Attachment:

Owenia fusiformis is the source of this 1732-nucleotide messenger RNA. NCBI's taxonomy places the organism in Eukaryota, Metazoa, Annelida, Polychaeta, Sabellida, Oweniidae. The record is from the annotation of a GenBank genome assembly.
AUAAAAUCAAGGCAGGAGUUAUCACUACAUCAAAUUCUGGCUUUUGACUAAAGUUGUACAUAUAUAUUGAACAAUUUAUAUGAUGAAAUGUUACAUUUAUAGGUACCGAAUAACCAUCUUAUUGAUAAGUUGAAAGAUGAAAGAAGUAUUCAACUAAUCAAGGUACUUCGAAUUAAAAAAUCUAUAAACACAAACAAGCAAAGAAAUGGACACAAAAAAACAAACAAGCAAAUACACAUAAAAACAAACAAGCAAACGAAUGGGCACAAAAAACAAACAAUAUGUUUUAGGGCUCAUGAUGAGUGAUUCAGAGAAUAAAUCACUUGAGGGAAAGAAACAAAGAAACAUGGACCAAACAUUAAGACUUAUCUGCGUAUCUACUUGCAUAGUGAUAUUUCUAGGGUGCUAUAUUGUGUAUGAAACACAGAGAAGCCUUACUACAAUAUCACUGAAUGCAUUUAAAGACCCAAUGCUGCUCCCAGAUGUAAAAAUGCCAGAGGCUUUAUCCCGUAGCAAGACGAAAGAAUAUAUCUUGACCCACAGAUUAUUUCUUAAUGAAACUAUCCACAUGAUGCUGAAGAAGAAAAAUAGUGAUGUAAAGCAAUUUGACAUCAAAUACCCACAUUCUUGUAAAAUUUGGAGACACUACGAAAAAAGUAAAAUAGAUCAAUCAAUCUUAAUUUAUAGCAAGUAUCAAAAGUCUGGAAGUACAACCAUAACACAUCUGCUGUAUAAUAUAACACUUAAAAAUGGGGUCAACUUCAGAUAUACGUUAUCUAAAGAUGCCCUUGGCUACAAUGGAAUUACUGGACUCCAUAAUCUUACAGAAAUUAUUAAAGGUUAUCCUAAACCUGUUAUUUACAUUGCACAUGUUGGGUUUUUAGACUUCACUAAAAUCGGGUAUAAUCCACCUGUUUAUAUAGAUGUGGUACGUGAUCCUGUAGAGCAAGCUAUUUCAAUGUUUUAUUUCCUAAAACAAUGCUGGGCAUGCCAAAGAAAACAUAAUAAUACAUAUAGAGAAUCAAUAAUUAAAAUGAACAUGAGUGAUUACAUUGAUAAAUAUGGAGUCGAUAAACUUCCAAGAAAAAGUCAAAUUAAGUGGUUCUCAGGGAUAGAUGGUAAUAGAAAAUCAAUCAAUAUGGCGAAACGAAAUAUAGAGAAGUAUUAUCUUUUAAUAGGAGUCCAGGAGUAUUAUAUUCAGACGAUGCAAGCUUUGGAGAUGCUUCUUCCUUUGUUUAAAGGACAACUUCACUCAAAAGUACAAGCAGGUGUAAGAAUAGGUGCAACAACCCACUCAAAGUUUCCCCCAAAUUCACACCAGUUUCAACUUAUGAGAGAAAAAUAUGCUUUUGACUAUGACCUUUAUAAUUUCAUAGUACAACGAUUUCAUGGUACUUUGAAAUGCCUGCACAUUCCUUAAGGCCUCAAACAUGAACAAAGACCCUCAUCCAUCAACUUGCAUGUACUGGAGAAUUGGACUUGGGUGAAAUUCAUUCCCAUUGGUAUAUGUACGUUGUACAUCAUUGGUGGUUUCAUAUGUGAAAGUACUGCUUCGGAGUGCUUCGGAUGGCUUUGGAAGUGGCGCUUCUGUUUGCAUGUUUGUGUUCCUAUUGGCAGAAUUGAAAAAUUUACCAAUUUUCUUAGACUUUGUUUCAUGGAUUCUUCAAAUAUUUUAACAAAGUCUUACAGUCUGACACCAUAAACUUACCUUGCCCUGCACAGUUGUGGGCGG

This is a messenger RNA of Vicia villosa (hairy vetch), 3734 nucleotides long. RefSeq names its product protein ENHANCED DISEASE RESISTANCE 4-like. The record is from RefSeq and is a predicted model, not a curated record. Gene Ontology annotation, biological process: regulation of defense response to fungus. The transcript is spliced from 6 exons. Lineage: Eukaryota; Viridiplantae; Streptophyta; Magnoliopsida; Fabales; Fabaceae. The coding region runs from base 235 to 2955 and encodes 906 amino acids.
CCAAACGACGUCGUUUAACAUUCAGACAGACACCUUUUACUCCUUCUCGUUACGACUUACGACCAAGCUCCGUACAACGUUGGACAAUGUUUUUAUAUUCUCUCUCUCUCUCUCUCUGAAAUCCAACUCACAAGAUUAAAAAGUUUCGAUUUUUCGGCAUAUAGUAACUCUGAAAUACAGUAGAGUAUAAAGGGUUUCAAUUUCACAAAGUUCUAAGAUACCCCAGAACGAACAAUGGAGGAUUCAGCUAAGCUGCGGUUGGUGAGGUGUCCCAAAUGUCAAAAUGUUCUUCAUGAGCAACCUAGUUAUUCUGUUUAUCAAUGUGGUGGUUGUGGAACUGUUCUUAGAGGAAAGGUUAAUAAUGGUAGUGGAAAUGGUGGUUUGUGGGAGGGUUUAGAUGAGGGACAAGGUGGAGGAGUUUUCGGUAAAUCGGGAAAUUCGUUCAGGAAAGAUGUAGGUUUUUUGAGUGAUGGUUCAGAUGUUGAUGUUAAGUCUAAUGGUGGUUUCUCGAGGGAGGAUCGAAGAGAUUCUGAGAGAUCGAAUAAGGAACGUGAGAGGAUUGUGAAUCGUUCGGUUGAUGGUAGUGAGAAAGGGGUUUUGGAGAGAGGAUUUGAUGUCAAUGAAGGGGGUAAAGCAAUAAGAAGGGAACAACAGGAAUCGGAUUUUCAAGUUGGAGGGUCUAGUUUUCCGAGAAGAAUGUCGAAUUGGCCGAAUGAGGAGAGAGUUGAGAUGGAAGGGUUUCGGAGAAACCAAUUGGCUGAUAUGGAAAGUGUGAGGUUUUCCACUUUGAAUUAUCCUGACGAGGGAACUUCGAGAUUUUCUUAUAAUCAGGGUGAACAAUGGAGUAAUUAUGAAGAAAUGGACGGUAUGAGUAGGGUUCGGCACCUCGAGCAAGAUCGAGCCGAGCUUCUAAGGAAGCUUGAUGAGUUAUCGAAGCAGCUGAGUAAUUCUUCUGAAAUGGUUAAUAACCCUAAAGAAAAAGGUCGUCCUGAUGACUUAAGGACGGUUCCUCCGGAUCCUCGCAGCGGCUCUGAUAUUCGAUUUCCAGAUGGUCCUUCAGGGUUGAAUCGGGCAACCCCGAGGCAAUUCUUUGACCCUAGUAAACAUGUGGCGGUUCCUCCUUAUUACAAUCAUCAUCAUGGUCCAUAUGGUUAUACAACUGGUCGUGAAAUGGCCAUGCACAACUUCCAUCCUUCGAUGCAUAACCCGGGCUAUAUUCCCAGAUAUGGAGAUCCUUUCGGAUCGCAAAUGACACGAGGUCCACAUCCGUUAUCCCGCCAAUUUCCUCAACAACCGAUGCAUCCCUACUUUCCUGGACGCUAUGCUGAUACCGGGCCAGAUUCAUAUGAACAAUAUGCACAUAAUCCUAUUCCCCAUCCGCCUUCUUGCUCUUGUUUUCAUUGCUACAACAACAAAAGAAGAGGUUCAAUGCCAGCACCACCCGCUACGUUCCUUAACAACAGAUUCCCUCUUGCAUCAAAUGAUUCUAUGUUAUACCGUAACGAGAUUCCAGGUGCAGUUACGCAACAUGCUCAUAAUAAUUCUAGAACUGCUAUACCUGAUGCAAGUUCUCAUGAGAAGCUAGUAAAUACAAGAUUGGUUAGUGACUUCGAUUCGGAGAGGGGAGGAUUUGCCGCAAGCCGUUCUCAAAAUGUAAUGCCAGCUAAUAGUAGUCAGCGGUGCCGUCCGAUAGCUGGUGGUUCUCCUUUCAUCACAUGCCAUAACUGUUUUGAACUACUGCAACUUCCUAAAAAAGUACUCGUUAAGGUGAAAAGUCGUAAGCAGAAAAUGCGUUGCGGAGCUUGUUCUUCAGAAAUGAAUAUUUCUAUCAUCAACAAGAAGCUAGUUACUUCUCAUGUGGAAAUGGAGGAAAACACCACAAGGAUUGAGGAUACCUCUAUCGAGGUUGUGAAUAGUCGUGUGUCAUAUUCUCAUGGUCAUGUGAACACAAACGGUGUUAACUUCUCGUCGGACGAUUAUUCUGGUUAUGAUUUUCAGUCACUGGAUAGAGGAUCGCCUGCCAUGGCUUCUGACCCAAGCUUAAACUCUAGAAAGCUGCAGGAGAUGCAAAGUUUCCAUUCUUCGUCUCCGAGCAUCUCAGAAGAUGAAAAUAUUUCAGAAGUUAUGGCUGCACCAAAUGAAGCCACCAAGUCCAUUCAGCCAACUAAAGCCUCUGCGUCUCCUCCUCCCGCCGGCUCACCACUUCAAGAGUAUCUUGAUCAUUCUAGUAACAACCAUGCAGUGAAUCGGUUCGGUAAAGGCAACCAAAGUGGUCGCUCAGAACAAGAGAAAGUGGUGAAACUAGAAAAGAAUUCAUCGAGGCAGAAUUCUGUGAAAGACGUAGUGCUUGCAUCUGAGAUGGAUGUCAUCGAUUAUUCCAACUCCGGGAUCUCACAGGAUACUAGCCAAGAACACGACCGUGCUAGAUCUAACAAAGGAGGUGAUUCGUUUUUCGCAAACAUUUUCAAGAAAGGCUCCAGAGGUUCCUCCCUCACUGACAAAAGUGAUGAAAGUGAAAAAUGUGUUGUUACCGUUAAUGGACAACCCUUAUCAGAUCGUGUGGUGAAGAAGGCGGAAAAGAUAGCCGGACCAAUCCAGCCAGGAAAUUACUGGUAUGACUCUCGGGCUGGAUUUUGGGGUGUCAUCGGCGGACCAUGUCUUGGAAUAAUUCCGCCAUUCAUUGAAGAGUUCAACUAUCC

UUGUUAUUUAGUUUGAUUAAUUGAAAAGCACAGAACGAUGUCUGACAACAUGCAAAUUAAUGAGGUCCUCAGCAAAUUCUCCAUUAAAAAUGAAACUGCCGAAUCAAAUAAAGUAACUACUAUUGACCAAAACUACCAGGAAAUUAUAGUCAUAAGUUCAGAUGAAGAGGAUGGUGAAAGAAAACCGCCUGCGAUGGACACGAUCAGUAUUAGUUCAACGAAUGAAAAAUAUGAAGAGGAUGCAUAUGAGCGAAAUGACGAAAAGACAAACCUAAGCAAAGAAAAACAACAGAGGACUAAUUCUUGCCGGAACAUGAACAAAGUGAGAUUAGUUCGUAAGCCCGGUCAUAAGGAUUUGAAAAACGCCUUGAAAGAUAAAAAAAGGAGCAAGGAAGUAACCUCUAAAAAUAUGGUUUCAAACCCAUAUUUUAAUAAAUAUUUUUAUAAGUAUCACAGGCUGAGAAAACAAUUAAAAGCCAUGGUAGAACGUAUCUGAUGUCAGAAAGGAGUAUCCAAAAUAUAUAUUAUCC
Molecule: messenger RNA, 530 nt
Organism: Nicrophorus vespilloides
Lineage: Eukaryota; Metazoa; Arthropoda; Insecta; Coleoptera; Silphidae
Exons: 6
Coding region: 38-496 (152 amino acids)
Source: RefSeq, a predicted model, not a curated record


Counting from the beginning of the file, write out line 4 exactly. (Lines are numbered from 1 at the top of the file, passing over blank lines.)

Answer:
CCAAACGACGUCGUUUAACAUUCAGACAGACACCUUUUACUCCUUCUCGUUACGACUUACGACCAAGCUCCGUACAACGUUGGACAAUGUUUUUAUAUUCUCUCUCUCUCUCUCUCUGAAAUCCAACUCACAAGAUUAAAAAGUUUCGAUUUUUCGGCAUAUAGUAACUCUGAAAUACAGUAGAGUAUAAAGGGUUUCAAUUUCACAAAGUUCUAAGAUACCCCAGAACGAACAAUGGAGGAUUCAGCUAAGCUGCGGUUGGUGAGGUGUCCCAAAUGUCAAAAUGUUCUUCAUGAGCAACCUAGUUAUUCUGUUUAUCAAUGUGGUGGUUGUGGAACUGUUCUUAGAGGAAAGGUUAAUAAUGGUAGUGGAAAUGGUGGUUUGUGGGAGGGUUUAGAUGAGGGACAAGGUGGAGGAGUUUUCGGUAAAUCGGGAAAUUCGUUCAGGAAAGAUGUAGGUUUUUUGAGUGAUGGUUCAGAUGUUGAUGUUAAGUCUAAUGGUGGUUUCUCGAGGGAGGAUCGAAGAGAUUCUGAGAGAUCGAAUAAGGAACGUGAGAGGAUUGUGAAUCGUUCGGUUGAUGGUAGUGAGAAAGGGGUUUUGGAGAGAGGAUUUGAUGUCAAUGAAGGGGGUAAAGCAAUAAGAAGGGAACAACAGGAAUCGGAUUUUCAAGUUGGAGGGUCUAGUUUUCCGAGAAGAAUGUCGAAUUGGCCGAAUGAGGAGAGAGUUGAGAUGGAAGGGUUUCGGAGAAACCAAUUGGCUGAUAUGGAAAGUGUGAGGUUUUCCACUUUGAAUUAUCCUGACGAGGGAACUUCGAGAUUUUCUUAUAAUCAGGGUGAACAAUGGAGUAAUUAUGAAGAAAUGGACGGUAUGAGUAGGGUUCGGCACCUCGAGCAAGAUCGAGCCGAGCUUCUAAGGAAGCUUGAUGAGUUAUCGAAGCAGCUGAGUAAUUCUUCUGAAAUGGUUAAUAACCCUAAAGAAAAAGGUCGUCCUGAUGACUUAAGGACGGUUCCUCCGGAUCCUCGCAGCGGCUCUGAUAUUCGAUUUCCAGAUGGUCCUUCAGGGUUGAAUCGGGCAACCCCGAGGCAAUUCUUUGACCCUAGUAAACAUGUGGCGGUUCCUCCUUAUUACAAUCAUCAUCAUGGUCCAUAUGGUUAUACAACUGGUCGUGAAAUGGCCAUGCACAACUUCCAUCCUUCGAUGCAUAACCCGGGCUAUAUUCCCAGAUAUGGAGAUCCUUUCGGAUCGCAAAUGACACGAGGUCCACAUCCGUUAUCCCGCCAAUUUCCUCAACAACCGAUGCAUCCCUACUUUCCUGGACGCUAUGCUGAUACCGGGCCAGAUUCAUAUGAACAAUAUGCACAUAAUCCUAUUCCCCAUCCGCCUUCUUGCUCUUGUUUUCAUUGCUACAACAACAAAAGAAGAGGUUCAAUGCCAGCACCACCCGCUACGUUCCUUAACAACAGAUUCCCUCUUGCAUCAAAUGAUUCUAUGUUAUACCGUAACGAGAUUCCAGGUGCAGUUACGCAACAUGCUCAUAAUAAUUCUAGAACUGCUAUACCUGAUGCAAGUUCUCAUGAGAAGCUAGUAAAUACAAGAUUGGUUAGUGACUUCGAUUCGGAGAGGGGAGGAUUUGCCGCAAGCCGUUCUCAAAAUGUAAUGCCAGCUAAUAGUAGUCAGCGGUGCCGUCCGAUAGCUGGUGGUUCUCCUUUCAUCACAUGCCAUAACUGUUUUGAACUACUGCAACUUCCUAAAAAAGUACUCGUUAAGGUGAAAAGUCGUAAGCAGAAAAUGCGUUGCGGAGCUUGUUCUUCAGAAAUGAAUAUUUCUAUCAUCAACAAGAAGCUAGUUACUUCUCAUGUGGAAAUGGAGGAAAACACCACAAGGAUUGAGGAUACCUCUAUCGAGGUUGUGAAUAGUCGUGUGUCAUAUUCUCAUGGUCAUGUGAACACAAACGGUGUUAACUUCUCGUCGGACGAUUAUUCUGGUUAUGAUUUUCAGUCACUGGAUAGAGGAUCGCCUGCCAUGGCUUCUGACCCAAGCUUAAACUCUAGAAAGCUGCAGGAGAUGCAAAGUUUCCAUUCUUCGUCUCCGAGCAUCUCAGAAGAUGAAAAUAUUUCAGAAGUUAUGGCUGCACCAAAUGAAGCCACCAAGUCCAUUCAGCCAACUAAAGCCUCUGCGUCUCCUCCUCCCGCCGGCUCACCACUUCAAGAGUAUCUUGAUCAUUCUAGUAACAACCAUGCAGUGAAUCGGUUCGGUAAAGGCAACCAAAGUGGUCGCUCAGAACAAGAGAAAGUGGUGAAACUAGAAAAGAAUUCAUCGAGGCAGAAUUCUGUGAAAGACGUAGUGCUUGCAUCUGAGAUGGAUGUCAUCGAUUAUUCCAACUCCGGGAUCUCACAGGAUACUAGCCAAGAACACGACCGUGCUAGAUCUAACAAAGGAGGUGAUUCGUUUUUCGCAAACAUUUUCAAGAAAGGCUCCAGAGGUUCCUCCCUCACUGACAAAAGUGAUGAAAGUGAAAAAUGUGUUGUUACCGUUAAUGGACAACCCUUAUCAGAUCGUGUGGUGAAGAAGGCGGAAAAGAUAGCCGGACCAAUCCAGCCAGGAAAUUACUGGUAUGACUCUCGGGCUGGAUUUUGGGGUGUCAUCGGCGGACCAUGUCUUGGAAUAAUUCCGCCAUUCAUUGAAGAGUUCAACUAUCC